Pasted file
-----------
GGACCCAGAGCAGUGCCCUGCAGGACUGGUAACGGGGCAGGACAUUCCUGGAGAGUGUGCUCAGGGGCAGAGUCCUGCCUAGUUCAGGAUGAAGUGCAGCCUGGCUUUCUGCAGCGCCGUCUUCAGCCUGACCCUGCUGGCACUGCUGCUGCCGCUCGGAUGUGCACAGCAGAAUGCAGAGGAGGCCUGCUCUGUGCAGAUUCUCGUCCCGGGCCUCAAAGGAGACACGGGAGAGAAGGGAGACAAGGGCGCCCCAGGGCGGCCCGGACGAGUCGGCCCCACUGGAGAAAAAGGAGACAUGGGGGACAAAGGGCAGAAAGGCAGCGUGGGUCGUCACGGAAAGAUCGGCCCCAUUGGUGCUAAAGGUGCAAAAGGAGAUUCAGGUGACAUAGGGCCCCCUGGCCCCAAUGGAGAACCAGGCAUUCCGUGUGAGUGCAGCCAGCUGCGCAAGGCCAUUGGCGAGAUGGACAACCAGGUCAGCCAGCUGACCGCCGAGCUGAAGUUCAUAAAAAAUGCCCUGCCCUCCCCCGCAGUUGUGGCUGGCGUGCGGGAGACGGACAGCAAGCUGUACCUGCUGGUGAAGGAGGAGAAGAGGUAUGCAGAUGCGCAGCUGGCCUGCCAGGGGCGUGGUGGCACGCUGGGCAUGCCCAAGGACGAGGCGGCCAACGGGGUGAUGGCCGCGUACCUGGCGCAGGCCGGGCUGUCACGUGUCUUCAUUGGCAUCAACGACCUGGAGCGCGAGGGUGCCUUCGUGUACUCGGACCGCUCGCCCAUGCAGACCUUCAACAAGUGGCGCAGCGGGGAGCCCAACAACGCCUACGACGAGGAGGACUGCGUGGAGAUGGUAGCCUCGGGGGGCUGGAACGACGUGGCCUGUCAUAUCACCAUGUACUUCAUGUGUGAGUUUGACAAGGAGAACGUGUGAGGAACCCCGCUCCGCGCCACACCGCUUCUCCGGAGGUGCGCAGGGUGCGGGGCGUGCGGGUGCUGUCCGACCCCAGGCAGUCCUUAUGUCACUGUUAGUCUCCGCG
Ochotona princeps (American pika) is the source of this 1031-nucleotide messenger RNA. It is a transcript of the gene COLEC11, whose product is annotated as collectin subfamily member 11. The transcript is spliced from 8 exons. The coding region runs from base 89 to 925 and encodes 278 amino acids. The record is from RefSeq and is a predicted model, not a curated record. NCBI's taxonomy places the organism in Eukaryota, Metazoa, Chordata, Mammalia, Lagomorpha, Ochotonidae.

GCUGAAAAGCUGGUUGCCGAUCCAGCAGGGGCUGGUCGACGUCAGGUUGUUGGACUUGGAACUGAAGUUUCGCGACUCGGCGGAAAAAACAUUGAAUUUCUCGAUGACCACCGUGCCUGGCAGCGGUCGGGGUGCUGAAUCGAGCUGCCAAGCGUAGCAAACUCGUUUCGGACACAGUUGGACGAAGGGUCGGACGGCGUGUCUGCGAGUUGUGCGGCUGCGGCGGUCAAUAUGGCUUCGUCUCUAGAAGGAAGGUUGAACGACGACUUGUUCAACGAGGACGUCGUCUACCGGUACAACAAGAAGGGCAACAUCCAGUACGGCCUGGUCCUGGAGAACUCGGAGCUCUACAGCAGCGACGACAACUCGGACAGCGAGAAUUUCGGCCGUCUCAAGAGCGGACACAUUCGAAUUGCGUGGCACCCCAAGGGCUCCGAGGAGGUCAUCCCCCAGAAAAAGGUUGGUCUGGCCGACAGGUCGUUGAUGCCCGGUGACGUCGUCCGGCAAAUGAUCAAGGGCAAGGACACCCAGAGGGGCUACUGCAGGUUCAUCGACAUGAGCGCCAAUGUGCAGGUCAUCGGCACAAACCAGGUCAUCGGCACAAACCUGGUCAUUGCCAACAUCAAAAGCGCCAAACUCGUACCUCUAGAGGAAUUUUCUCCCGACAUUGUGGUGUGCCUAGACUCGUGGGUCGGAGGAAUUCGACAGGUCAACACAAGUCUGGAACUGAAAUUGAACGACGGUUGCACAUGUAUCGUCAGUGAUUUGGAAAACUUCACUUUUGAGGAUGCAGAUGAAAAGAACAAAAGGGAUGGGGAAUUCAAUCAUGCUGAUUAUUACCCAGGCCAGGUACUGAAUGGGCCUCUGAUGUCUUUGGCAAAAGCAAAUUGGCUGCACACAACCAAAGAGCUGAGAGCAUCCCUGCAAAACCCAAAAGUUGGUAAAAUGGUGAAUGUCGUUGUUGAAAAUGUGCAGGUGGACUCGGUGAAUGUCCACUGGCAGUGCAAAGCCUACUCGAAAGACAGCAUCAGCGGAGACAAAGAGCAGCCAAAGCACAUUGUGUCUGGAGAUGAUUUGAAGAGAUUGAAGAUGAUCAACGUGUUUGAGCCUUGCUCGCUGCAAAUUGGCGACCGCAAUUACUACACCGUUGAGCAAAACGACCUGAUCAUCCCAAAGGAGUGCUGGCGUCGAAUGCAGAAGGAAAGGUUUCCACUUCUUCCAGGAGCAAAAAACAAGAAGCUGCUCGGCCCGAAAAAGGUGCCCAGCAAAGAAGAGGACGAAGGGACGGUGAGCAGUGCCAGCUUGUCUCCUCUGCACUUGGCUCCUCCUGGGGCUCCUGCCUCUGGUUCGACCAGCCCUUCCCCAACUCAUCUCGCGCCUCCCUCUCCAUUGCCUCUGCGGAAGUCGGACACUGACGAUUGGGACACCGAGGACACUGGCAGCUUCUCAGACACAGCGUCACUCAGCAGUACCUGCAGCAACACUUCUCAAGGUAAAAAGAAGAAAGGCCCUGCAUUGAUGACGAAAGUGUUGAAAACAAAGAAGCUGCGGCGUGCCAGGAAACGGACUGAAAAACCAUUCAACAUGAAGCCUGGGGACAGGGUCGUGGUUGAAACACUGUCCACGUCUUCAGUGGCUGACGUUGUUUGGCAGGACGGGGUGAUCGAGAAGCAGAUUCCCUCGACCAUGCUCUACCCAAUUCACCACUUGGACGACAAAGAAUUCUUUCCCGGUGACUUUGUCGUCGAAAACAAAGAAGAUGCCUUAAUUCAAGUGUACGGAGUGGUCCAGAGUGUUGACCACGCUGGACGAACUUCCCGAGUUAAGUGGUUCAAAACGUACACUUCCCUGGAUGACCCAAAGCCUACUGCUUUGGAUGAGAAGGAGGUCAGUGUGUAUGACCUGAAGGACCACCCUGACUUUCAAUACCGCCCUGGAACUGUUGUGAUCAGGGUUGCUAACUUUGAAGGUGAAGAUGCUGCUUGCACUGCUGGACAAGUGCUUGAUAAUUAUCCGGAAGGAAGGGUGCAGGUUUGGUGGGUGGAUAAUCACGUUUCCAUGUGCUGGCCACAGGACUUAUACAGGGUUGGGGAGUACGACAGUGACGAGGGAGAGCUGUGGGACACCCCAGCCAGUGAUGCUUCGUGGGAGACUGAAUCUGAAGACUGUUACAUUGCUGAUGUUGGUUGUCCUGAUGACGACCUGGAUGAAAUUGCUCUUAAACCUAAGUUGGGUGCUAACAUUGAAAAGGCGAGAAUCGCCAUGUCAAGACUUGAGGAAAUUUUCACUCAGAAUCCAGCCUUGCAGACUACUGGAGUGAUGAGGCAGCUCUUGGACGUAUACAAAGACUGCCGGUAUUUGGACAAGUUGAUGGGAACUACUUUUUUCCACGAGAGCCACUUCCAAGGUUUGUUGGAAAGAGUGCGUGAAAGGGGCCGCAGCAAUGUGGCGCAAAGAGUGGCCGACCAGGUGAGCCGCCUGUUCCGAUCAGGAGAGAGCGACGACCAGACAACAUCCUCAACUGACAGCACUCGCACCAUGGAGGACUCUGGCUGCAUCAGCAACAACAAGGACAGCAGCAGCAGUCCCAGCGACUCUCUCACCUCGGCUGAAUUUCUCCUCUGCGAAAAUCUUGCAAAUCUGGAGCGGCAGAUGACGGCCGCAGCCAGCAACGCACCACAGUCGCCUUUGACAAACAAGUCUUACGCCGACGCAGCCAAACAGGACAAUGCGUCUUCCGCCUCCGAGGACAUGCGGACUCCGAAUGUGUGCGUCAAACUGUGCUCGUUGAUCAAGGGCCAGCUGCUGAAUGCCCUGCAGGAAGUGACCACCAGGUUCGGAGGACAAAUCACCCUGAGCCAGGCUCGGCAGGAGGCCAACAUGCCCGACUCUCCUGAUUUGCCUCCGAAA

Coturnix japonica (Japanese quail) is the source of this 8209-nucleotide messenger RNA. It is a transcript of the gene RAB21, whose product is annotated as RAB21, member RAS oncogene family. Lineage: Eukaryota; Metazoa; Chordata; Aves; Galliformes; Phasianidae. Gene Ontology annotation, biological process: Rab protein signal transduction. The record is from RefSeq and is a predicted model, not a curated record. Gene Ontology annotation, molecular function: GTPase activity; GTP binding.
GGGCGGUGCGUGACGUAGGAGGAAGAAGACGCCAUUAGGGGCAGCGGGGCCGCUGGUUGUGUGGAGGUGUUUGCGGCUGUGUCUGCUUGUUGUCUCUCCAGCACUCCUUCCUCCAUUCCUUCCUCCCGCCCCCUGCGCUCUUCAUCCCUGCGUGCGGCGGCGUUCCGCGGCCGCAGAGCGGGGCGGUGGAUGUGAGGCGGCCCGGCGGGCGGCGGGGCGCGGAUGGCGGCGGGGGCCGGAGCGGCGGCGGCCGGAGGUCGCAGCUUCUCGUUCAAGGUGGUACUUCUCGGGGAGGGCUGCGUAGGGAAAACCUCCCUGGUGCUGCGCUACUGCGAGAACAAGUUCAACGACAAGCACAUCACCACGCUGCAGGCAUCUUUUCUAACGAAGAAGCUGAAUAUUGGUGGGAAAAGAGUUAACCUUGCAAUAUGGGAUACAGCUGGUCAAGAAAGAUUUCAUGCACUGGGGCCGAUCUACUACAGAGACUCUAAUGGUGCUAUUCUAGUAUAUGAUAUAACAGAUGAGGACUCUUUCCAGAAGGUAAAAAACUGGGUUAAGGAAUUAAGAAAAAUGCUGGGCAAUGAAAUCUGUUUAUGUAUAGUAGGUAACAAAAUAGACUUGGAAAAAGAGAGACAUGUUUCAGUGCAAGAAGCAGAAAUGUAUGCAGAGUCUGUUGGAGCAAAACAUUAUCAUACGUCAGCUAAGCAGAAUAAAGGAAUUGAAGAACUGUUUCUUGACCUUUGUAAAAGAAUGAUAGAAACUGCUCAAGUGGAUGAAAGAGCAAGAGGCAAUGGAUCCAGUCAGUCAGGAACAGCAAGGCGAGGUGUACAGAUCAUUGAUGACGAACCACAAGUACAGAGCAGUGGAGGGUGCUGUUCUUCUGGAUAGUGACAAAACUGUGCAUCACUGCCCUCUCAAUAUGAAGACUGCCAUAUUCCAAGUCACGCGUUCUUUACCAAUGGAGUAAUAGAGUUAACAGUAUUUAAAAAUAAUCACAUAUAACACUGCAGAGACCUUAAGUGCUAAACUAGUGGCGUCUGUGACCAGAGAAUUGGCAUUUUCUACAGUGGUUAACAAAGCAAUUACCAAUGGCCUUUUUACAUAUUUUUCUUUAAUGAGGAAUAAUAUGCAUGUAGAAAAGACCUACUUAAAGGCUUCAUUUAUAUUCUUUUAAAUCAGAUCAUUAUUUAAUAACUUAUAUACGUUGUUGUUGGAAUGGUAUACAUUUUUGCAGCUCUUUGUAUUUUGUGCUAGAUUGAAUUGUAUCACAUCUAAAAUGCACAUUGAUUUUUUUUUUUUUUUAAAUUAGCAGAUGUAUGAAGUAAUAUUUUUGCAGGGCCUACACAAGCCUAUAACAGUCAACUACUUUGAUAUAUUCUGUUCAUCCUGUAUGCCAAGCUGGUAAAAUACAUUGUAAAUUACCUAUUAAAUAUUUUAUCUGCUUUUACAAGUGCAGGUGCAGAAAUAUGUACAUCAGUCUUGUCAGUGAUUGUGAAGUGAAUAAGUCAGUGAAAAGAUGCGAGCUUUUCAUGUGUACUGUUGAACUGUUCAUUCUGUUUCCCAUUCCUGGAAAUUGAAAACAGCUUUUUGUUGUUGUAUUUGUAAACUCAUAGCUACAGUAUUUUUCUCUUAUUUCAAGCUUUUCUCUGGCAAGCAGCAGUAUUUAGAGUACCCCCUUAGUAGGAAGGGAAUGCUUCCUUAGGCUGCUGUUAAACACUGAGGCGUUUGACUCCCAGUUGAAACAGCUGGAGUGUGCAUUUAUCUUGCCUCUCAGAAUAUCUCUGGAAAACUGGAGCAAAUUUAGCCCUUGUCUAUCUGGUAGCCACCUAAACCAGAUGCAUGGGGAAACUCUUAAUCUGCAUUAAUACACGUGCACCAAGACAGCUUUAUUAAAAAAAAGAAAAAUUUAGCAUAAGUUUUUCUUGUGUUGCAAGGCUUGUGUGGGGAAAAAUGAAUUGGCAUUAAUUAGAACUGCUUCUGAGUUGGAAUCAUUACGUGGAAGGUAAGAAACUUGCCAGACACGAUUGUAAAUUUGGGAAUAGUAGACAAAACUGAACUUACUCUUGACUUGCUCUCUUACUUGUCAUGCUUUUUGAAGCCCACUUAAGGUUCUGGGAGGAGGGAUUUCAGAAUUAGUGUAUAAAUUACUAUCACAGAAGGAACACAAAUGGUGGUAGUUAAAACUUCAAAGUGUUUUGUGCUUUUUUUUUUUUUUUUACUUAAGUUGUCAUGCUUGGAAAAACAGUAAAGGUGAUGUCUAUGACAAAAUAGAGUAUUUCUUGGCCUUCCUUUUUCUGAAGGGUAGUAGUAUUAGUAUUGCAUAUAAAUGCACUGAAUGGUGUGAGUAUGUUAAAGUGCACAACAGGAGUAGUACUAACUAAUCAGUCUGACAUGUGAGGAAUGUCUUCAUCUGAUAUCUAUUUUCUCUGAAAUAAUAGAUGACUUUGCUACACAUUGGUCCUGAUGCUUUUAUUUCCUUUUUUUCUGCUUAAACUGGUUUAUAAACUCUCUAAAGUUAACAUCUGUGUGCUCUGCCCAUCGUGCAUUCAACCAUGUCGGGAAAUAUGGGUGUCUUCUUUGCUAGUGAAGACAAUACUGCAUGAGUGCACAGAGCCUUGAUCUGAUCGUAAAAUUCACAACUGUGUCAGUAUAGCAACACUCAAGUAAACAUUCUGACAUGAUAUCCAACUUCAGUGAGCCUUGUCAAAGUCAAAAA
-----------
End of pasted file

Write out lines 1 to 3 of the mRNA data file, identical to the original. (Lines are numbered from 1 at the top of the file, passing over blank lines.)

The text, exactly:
GGACCCAGAGCAGUGCCCUGCAGGACUGGUAACGGGGCAGGACAUUCCUGGAGAGUGUGCUCAGGGGCAGAGUCCUGCCUAGUUCAGGAUGAAGUGCAGCCUGGCUUUCUGCAGCGCCGUCUUCAGCCUGACCCUGCUGGCACUGCUGCUGCCGCUCGGAUGUGCACAGCAGAAUGCAGAGGAGGCCUGCUCUGUGCAGAUUCUCGUCCCGGGCCUCAAAGGAGACACGGGAGAGAAGGGAGACAAGGGCGCCCCAGGGCGGCCCGGACGAGUCGGCCCCACUGGAGAAAAAGGAGACAUGGGGGACAAAGGGCAGAAAGGCAGCGUGGGUCGUCACGGAAAGAUCGGCCCCAUUGGUGCUAAAGGUGCAAAAGGAGAUUCAGGUGACAUAGGGCCCCCUGGCCCCAAUGGAGAACCAGGCAUUCCGUGUGAGUGCAGCCAGCUGCGCAAGGCCAUUGGCGAGAUGGACAACCAGGUCAGCCAGCUGACCGCCGAGCUGAAGUUCAUAAAAAAUGCCCUGCCCUCCCCCGCAGUUGUGGCUGGCGUGCGGGAGACGGACAGCAAGCUGUACCUGCUGGUGAAGGAGGAGAAGAGGUAUGCAGAUGCGCAGCUGGCCUGCCAGGGGCGUGGUGGCACGCUGGGCAUGCCCAAGGACGAGGCGGCCAACGGGGUGAUGGCCGCGUACCUGGCGCAGGCCGGGCUGUCACGUGUCUUCAUUGGCAUCAACGACCUGGAGCGCGAGGGUGCCUUCGUGUACUCGGACCGCUCGCCCAUGCAGACCUUCAACAAGUGGCGCAGCGGGGAGCCCAACAACGCCUACGACGAGGAGGACUGCGUGGAGAUGGUAGCCUCGGGGGGCUGGAACGACGUGGCCUGUCAUAUCACCAUGUACUUCAUGUGUGAGUUUGACAAGGAGAACGUGUGAGGAACCCCGCUCCGCGCCACACCGCUUCUCCGGAGGUGCGCAGGGUGCGGGGCGUGCGGGUGCUGUCCGACCCCAGGCAGUCCUUAUGUCACUGUUAGUCUCCGCG
Ochotona princeps (American pika) is the source of this 1031-nucleotide messenger RNA. It is a transcript of the gene COLEC11, whose product is annotated as collectin subfamily member 11. The transcript is spliced from 8 exons. The coding region runs from base 89 to 925 and encodes 278 amino acids. The record is from RefSeq and is a predicted model, not a curated record. NCBI's taxonomy places the organism in Eukaryota, Metazoa, Chordata, Mammalia, Lagomorpha, Ochotonidae.

GCUGAAAAGCUGGUUGCCGAUCCAGCAGGGGCUGGUCGACGUCAGGUUGUUGGACUUGGAACUGAAGUUUCGCGACUCGGCGGAAAAAACAUUGAAUUUCUCGAUGACCACCGUGCCUGGCAGCGGUCGGGGUGCUGAAUCGAGCUGCCAAGCGUAGCAAACUCGUUUCGGACACAGUUGGACGAAGGGUCGGACGGCGUGUCUGCGAGUUGUGCGGCUGCGGCGGUCAAUAUGGCUUCGUCUCUAGAAGGAAGGUUGAACGACGACUUGUUCAACGAGGACGUCGUCUACCGGUACAACAAGAAGGGCAACAUCCAGUACGGCCUGGUCCUGGAGAACUCGGAGCUCUACAGCAGCGACGACAACUCGGACAGCGAGAAUUUCGGCCGUCUCAAGAGCGGACACAUUCGAAUUGCGUGGCACCCCAAGGGCUCCGAGGAGGUCAUCCCCCAGAAAAAGGUUGGUCUGGCCGACAGGUCGUUGAUGCCCGGUGACGUCGUCCGGCAAAUGAUCAAGGGCAAGGACACCCAGAGGGGCUACUGCAGGUUCAUCGACAUGAGCGCCAAUGUGCAGGUCAUCGGCACAAACCAGGUCAUCGGCACAAACCUGGUCAUUGCCAACAUCAAAAGCGCCAAACUCGUACCUCUAGAGGAAUUUUCUCCCGACAUUGUGGUGUGCCUAGACUCGUGGGUCGGAGGAAUUCGACAGGUCAACACAAGUCUGGAACUGAAAUUGAACGACGGUUGCACAUGUAUCGUCAGUGAUUUGGAAAACUUCACUUUUGAGGAUGCAGAUGAAAAGAACAAAAGGGAUGGGGAAUUCAAUCAUGCUGAUUAUUACCCAGGCCAGGUACUGAAUGGGCCUCUGAUGUCUUUGGCAAAAGCAAAUUGGCUGCACACAACCAAAGAGCUGAGAGCAUCCCUGCAAAACCCAAAAGUUGGUAAAAUGGUGAAUGUCGUUGUUGAAAAUGUGCAGGUGGACUCGGUGAAUGUCCACUGGCAGUGCAAAGCCUACUCGAAAGACAGCAUCAGCGGAGACAAAGAGCAGCCAAAGCACAUUGUGUCUGGAGAUGAUUUGAAGAGAUUGAAGAUGAUCAACGUGUUUGAGCCUUGCUCGCUGCAAAUUGGCGACCGCAAUUACUACACCGUUGAGCAAAACGACCUGAUCAUCCCAAAGGAGUGCUGGCGUCGAAUGCAGAAGGAAAGGUUUCCACUUCUUCCAGGAGCAAAAAACAAGAAGCUGCUCGGCCCGAAAAAGGUGCCCAGCAAAGAAGAGGACGAAGGGACGGUGAGCAGUGCCAGCUUGUCUCCUCUGCACUUGGCUCCUCCUGGGGCUCCUGCCUCUGGUUCGACCAGCCCUUCCCCAACUCAUCUCGCGCCUCCCUCUCCAUUGCCUCUGCGGAAGUCGGACACUGACGAUUGGGACACCGAGGACACUGGCAGCUUCUCAGACACAGCGUCACUCAGCAGUACCUGCAGCAACACUUCUCAAGGUAAAAAGAAGAAAGGCCCUGCAUUGAUGACGAAAGUGUUGAAAACAAAGAAGCUGCGGCGUGCCAGGAAACGGACUGAAAAACCAUUCAACAUGAAGCCUGGGGACAGGGUCGUGGUUGAAACACUGUCCACGUCUUCAGUGGCUGACGUUGUUUGGCAGGACGGGGUGAUCGAGAAGCAGAUUCCCUCGACCAUGCUCUACCCAAUUCACCACUUGGACGACAAAGAAUUCUUUCCCGGUGACUUUGUCGUCGAAAACAAAGAAGAUGCCUUAAUUCAAGUGUACGGAGUGGUCCAGAGUGUUGACCACGCUGGACGAACUUCCCGAGUUAAGUGGUUCAAAACGUACACUUCCCUGGAUGACCCAAAGCCUACUGCUUUGGAUGAGAAGGAGGUCAGUGUGUAUGACCUGAAGGACCACCCUGACUUUCAAUACCGCCCUGGAACUGUUGUGAUCAGGGUUGCUAACUUUGAAGGUGAAGAUGCUGCUUGCACUGCUGGACAAGUGCUUGAUAAUUAUCCGGAAGGAAGGGUGCAGGUUUGGUGGGUGGAUAAUCACGUUUCCAUGUGCUGGCCACAGGACUUAUACAGGGUUGGGGAGUACGACAGUGACGAGGGAGAGCUGUGGGACACCCCAGCCAGUGAUGCUUCGUGGGAGACUGAAUCUGAAGACUGUUACAUUGCUGAUGUUGGUUGUCCUGAUGACGACCUGGAUGAAAUUGCUCUUAAACCUAAGUUGGGUGCUAACAUUGAAAAGGCGAGAAUCGCCAUGUCAAGACUUGAGGAAAUUUUCACUCAGAAUCCAGCCUUGCAGACUACUGGAGUGAUGAGGCAGCUCUUGGACGUAUACAAAGACUGCCGGUAUUUGGACAAGUUGAUGGGAACUACUUUUUUCCACGAGAGCCACUUCCAAGGUUUGUUGGAAAGAGUGCGUGAAAGGGGCCGCAGCAAUGUGGCGCAAAGAGUGGCCGACCAGGUGAGCCGCCUGUUCCGAUCAGGAGAGAGCGACGACCAGACAACAUCCUCAACUGACAGCACUCGCACCAUGGAGGACUCUGGCUGCAUCAGCAACAACAAGGACAGCAGCAGCAGUCCCAGCGACUCUCUCACCUCGGCUGAAUUUCUCCUCUGCGAAAAUCUUGCAAAUCUGGAGCGGCAGAUGACGGCCGCAGCCAGCAACGCACCACAGUCGCCUUUGACAAACAAGUCUUACGCCGACGCAGCCAAACAGGACAAUGCGUCUUCCGCCUCCGAGGACAUGCGGACUCCGAAUGUGUGCGUCAAACUGUGCUCGUUGAUCAAGGGCCAGCUGCUGAAUGCCCUGCAGGAAGUGACCACCAGGUUCGGAGGACAAAUCACCCUGAGCCAGGCUCGGCAGGAGGCCAACAUGCCCGACUCUCCUGAUUUGCCUCCGAAA